With cinemas shut down all over the world for months, all eyes have turned to July, when two major studio releases are set to debut: Disney's Mulan (bumped from its original March release), and Director Christopher Nolan's highly anticipated sci-fi thriller, Tenet. It looks like Warner Bros. is boldly sticking with the latter film's planned July 17 release date, despite all the pandemic-fueled uncertainty. The studio just dropped a new trailer, which made its debut in an unusual medium: playing every top of the hour in the popular battle royale game Fortnite.
We know very little about the film, not even the usual carefully crafted official premise, although the film's title is a palindrome, meaning it reads the same backward and forward—a subtle clue. Nolan has kept any additional details (including character names) tightly under wraps. It stars John David Washington (Ballers, BlacKkKlansman) and Robert Pattinson (Twilight franchise, The Lighthouse). The film also features Kenneth Branagh (Murder on the Orient Express), Michael Caine (Inception, Interstellar), Clémence Poésy (Fleur Delacour in the Harry Potter films), Himesh Patel (Yesterday), Elizabeth Debicki (The Man from U.N.C.L.E.), Martin Donovan (Ant-Man), Aaron Taylor-Johnson (Kick-ass), and Indian film stars Dimple Kapadia and Denzil Smith.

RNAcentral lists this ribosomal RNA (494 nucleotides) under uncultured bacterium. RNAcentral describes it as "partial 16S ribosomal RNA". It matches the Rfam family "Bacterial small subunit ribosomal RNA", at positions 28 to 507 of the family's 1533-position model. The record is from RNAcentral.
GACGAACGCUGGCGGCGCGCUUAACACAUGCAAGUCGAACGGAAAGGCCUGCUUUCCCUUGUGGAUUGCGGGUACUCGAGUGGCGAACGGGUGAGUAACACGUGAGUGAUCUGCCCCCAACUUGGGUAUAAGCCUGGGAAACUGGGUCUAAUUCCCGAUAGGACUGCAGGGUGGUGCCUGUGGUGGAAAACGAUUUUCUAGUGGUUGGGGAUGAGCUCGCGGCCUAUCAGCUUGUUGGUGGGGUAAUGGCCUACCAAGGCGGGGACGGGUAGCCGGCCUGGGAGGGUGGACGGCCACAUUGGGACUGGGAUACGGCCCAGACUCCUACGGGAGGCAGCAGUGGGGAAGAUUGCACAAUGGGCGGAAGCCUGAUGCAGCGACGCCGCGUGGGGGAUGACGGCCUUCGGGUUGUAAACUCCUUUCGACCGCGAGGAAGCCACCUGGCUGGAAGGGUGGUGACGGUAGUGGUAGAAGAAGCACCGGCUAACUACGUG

The first trailer dropped last December. As I wrote at the time, "Fresh off his Oscar-nominated World War II drama, Dunkirk, Nolan seems to be returning to his high-concept sci-fi roots with Tenet." That trailer opened with a shot of two men rappelling up a building, in seeming defiance of the laws of physics. "We all believe we'd run into the burning building," a voiceover tells us. "But until we feel that heat, we can never know."
Here's what we know so far. A man (Washington) undergoes what appears to be a grueling trial to join an elite international team of spies, ending with a choice: give up his colleagues, or die. He chooses death and wakes up in a hospital to learn he has passed the test. The man's new assignment: prevent World War III and save the world—not from nuclear holocaust, but from "something worse." He's given one code word, "tenet," to open the necessary doors.